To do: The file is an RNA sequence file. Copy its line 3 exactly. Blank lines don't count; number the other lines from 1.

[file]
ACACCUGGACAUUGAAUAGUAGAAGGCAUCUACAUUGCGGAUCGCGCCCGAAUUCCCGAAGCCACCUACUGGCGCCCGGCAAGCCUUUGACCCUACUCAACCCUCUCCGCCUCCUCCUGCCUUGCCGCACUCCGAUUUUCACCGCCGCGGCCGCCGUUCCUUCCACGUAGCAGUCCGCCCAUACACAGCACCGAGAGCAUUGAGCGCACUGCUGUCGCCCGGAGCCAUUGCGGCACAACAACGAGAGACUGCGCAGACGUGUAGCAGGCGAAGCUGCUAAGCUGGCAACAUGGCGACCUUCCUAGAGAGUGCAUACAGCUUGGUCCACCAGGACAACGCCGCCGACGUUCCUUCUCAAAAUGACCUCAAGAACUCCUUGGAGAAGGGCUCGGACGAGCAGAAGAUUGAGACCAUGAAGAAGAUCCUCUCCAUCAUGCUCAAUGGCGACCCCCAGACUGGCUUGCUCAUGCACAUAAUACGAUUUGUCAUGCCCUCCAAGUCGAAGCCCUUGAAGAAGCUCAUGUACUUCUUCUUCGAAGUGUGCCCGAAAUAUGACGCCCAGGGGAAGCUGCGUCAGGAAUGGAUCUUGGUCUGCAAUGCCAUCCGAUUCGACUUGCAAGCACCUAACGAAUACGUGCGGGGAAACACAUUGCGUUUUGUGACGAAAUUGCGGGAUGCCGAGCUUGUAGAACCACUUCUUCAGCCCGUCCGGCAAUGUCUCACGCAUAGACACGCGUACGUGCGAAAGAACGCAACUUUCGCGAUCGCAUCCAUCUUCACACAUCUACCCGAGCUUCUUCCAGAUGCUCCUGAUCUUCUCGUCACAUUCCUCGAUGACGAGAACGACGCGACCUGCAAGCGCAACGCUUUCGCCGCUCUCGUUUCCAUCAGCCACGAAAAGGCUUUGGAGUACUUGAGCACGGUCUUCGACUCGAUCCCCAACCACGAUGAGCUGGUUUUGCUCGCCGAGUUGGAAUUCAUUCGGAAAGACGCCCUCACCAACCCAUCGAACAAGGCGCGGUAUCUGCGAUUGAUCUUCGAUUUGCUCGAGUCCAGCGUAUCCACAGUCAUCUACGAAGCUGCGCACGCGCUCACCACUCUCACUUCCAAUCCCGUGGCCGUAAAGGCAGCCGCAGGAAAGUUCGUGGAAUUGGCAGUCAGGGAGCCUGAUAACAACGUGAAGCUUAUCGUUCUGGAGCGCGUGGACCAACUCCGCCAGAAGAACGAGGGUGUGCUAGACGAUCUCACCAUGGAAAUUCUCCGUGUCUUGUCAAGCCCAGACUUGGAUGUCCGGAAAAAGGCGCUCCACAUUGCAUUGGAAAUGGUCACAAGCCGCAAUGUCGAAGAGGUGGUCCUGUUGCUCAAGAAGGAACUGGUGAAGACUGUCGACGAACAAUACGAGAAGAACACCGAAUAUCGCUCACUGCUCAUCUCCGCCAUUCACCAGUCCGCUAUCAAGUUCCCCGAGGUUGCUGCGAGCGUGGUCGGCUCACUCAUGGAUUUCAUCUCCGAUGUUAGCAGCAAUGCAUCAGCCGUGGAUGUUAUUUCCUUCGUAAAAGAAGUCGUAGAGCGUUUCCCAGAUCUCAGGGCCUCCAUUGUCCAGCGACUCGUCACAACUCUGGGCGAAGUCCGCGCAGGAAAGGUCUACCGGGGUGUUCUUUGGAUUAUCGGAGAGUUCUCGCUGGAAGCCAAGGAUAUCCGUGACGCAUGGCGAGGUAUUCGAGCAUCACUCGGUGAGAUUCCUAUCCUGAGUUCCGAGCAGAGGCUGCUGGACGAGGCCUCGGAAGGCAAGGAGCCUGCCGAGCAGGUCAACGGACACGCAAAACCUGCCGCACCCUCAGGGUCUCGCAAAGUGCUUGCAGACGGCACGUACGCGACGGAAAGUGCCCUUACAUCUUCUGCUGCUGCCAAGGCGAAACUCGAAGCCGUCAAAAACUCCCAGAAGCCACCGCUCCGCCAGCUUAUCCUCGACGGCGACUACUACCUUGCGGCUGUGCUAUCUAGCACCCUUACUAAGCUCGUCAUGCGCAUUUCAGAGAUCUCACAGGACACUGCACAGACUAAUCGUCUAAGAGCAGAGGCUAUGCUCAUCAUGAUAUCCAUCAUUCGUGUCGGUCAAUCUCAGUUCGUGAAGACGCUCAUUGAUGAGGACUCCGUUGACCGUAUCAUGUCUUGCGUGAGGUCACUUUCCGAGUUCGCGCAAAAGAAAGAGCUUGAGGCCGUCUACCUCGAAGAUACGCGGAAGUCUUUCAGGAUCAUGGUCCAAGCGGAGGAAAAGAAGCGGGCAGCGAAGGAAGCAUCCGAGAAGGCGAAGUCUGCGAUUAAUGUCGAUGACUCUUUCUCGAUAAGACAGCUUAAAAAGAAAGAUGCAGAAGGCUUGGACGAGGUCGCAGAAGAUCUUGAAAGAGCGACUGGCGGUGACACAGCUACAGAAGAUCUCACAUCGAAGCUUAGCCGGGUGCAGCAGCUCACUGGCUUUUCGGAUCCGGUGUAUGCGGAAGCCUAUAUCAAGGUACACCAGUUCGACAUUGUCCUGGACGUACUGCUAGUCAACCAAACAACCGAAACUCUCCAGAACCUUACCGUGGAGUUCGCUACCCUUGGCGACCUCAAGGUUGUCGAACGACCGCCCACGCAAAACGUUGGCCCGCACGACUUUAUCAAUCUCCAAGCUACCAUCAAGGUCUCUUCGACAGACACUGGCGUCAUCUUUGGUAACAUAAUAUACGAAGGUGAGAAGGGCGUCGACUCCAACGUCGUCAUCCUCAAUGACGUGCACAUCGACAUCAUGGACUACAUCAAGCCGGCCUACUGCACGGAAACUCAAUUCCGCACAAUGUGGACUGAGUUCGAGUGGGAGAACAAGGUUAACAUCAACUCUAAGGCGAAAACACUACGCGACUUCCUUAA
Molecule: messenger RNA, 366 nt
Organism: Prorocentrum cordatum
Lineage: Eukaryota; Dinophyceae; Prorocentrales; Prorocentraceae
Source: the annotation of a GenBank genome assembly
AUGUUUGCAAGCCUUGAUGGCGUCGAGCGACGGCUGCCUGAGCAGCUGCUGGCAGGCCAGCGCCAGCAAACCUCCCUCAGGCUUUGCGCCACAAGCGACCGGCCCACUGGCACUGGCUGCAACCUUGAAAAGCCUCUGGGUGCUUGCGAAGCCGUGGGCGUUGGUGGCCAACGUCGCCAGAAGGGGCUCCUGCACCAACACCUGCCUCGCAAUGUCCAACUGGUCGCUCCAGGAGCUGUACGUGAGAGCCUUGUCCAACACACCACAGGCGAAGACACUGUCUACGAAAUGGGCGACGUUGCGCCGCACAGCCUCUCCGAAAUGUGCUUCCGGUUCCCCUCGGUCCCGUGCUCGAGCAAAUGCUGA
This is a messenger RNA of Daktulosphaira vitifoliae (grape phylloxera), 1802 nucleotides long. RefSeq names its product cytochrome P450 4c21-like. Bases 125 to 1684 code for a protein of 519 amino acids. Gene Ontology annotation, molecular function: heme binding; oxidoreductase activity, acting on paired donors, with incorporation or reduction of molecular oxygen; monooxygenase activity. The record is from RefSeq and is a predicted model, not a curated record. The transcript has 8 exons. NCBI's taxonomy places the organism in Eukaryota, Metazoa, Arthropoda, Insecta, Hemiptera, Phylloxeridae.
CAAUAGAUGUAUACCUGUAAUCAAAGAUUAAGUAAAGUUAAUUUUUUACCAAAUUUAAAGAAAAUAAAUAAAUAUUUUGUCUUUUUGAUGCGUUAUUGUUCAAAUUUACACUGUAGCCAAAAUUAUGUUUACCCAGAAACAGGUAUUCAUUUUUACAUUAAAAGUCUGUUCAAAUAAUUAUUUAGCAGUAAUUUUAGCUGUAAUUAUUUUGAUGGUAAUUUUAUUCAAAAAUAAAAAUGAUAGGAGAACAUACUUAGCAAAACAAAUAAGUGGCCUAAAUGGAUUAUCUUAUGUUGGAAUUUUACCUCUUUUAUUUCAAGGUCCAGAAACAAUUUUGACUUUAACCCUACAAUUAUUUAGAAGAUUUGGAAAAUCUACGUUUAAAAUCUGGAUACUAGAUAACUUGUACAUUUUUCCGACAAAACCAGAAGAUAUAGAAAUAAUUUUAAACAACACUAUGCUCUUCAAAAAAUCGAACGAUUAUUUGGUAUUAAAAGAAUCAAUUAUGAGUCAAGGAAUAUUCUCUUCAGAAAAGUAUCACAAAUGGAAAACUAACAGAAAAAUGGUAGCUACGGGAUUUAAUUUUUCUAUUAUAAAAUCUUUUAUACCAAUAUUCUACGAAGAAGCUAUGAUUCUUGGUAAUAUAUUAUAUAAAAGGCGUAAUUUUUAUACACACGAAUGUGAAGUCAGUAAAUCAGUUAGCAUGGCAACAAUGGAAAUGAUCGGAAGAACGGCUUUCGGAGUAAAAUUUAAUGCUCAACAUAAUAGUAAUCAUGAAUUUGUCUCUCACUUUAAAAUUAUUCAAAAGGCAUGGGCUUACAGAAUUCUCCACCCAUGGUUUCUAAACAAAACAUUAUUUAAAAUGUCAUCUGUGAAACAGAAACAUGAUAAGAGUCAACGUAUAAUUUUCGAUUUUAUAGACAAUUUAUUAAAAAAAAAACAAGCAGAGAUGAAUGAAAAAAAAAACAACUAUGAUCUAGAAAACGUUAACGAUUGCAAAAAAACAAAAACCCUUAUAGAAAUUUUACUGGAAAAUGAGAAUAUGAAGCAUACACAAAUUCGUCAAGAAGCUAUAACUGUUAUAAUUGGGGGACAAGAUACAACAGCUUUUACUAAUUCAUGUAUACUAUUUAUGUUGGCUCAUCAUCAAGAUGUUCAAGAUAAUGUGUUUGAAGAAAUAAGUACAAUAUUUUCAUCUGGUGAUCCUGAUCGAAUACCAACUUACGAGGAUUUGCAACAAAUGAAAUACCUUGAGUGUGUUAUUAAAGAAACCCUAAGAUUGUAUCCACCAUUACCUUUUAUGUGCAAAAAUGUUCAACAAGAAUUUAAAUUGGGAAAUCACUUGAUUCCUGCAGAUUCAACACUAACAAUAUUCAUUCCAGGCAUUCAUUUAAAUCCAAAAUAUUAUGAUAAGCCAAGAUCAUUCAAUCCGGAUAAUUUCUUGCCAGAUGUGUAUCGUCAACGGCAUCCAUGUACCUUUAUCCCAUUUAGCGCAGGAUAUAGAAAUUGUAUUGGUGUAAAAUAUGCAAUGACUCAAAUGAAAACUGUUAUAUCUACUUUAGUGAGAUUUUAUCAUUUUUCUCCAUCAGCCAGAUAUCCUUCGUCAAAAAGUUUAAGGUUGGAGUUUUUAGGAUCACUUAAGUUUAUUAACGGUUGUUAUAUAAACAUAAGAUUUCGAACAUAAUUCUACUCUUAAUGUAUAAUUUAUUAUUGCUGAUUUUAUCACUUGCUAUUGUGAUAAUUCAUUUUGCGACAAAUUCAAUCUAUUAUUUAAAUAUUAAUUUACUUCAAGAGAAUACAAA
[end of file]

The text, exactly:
Organism: Prorocentrum cordatum